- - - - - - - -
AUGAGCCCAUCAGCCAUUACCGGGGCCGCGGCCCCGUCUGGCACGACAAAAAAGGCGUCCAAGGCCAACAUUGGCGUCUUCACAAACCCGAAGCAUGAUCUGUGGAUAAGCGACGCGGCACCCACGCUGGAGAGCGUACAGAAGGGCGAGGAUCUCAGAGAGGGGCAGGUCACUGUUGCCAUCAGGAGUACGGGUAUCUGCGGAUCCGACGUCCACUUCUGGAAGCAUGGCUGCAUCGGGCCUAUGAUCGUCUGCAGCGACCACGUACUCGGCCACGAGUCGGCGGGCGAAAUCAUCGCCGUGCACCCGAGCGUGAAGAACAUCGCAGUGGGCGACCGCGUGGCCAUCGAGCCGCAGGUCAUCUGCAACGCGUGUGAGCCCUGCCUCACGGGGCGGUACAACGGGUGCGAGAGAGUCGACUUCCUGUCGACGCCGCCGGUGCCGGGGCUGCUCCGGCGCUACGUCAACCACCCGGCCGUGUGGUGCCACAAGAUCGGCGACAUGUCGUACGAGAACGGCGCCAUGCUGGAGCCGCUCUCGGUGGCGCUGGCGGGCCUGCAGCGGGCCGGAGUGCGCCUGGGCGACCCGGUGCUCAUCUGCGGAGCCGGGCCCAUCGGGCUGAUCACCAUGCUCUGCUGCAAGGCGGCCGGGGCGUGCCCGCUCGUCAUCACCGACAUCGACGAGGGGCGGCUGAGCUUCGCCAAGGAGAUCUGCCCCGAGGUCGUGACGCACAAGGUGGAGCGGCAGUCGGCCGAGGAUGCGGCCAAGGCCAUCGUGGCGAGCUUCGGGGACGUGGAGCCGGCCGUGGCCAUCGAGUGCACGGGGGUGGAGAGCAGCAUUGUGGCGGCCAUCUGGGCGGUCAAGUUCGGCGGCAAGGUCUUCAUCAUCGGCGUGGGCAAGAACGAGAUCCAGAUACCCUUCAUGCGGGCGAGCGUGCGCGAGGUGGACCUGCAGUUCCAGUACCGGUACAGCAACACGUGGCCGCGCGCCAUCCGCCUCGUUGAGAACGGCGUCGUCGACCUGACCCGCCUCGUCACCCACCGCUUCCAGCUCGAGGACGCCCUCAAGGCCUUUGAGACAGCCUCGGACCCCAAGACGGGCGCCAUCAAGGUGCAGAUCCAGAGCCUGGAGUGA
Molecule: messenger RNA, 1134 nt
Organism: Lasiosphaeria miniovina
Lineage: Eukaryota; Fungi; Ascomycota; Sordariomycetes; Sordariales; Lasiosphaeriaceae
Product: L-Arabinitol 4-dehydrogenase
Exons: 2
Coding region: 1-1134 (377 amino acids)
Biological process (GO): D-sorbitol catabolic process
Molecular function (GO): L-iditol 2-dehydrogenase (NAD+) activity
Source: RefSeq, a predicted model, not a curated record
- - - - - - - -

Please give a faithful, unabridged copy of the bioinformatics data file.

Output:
AUGAGCCCAUCAGCCAUUACCGGGGCCGCGGCCCCGUCUGGCACGACAAAAAAGGCGUCCAAGGCCAACAUUGGCGUCUUCACAAACCCGAAGCAUGAUCUGUGGAUAAGCGACGCGGCACCCACGCUGGAGAGCGUACAGAAGGGCGAGGAUCUCAGAGAGGGGCAGGUCACUGUUGCCAUCAGGAGUACGGGUAUCUGCGGAUCCGACGUCCACUUCUGGAAGCAUGGCUGCAUCGGGCCUAUGAUCGUCUGCAGCGACCACGUACUCGGCCACGAGUCGGCGGGCGAAAUCAUCGCCGUGCACCCGAGCGUGAAGAACAUCGCAGUGGGCGACCGCGUGGCCAUCGAGCCGCAGGUCAUCUGCAACGCGUGUGAGCCCUGCCUCACGGGGCGGUACAACGGGUGCGAGAGAGUCGACUUCCUGUCGACGCCGCCGGUGCCGGGGCUGCUCCGGCGCUACGUCAACCACCCGGCCGUGUGGUGCCACAAGAUCGGCGACAUGUCGUACGAGAACGGCGCCAUGCUGGAGCCGCUCUCGGUGGCGCUGGCGGGCCUGCAGCGGGCCGGAGUGCGCCUGGGCGACCCGGUGCUCAUCUGCGGAGCCGGGCCCAUCGGGCUGAUCACCAUGCUCUGCUGCAAGGCGGCCGGGGCGUGCCCGCUCGUCAUCACCGACAUCGACGAGGGGCGGCUGAGCUUCGCCAAGGAGAUCUGCCCCGAGGUCGUGACGCACAAGGUGGAGCGGCAGUCGGCCGAGGAUGCGGCCAAGGCCAUCGUGGCGAGCUUCGGGGACGUGGAGCCGGCCGUGGCCAUCGAGUGCACGGGGGUGGAGAGCAGCAUUGUGGCGGCCAUCUGGGCGGUCAAGUUCGGCGGCAAGGUCUUCAUCAUCGGCGUGGGCAAGAACGAGAUCCAGAUACCCUUCAUGCGGGCGAGCGUGCGCGAGGUGGACCUGCAGUUCCAGUACCGGUACAGCAACACGUGGCCGCGCGCCAUCCGCCUCGUUGAGAACGGCGUCGUCGACCUGACCCGCCUCGUCACCCACCGCUUCCAGCUCGAGGACGCCCUCAAGGCCUUUGAGACAGCCUCGGACCCCAAGACGGGCGCCAUCAAGGUGCAGAUCCAGAGCCUGGAGUGA
Molecule: messenger RNA, 1134 nt
Organism: Lasiosphaeria miniovina
Lineage: Eukaryota; Fungi; Ascomycota; Sordariomycetes; Sordariales; Lasiosphaeriaceae
Product: L-Arabinitol 4-dehydrogenase
Exons: 2
Coding region: 1-1134 (377 amino acids)
Biological process (GO): D-sorbitol catabolic process
Molecular function (GO): L-iditol 2-dehydrogenase (NAD+) activity
Source: RefSeq, a predicted model, not a curated record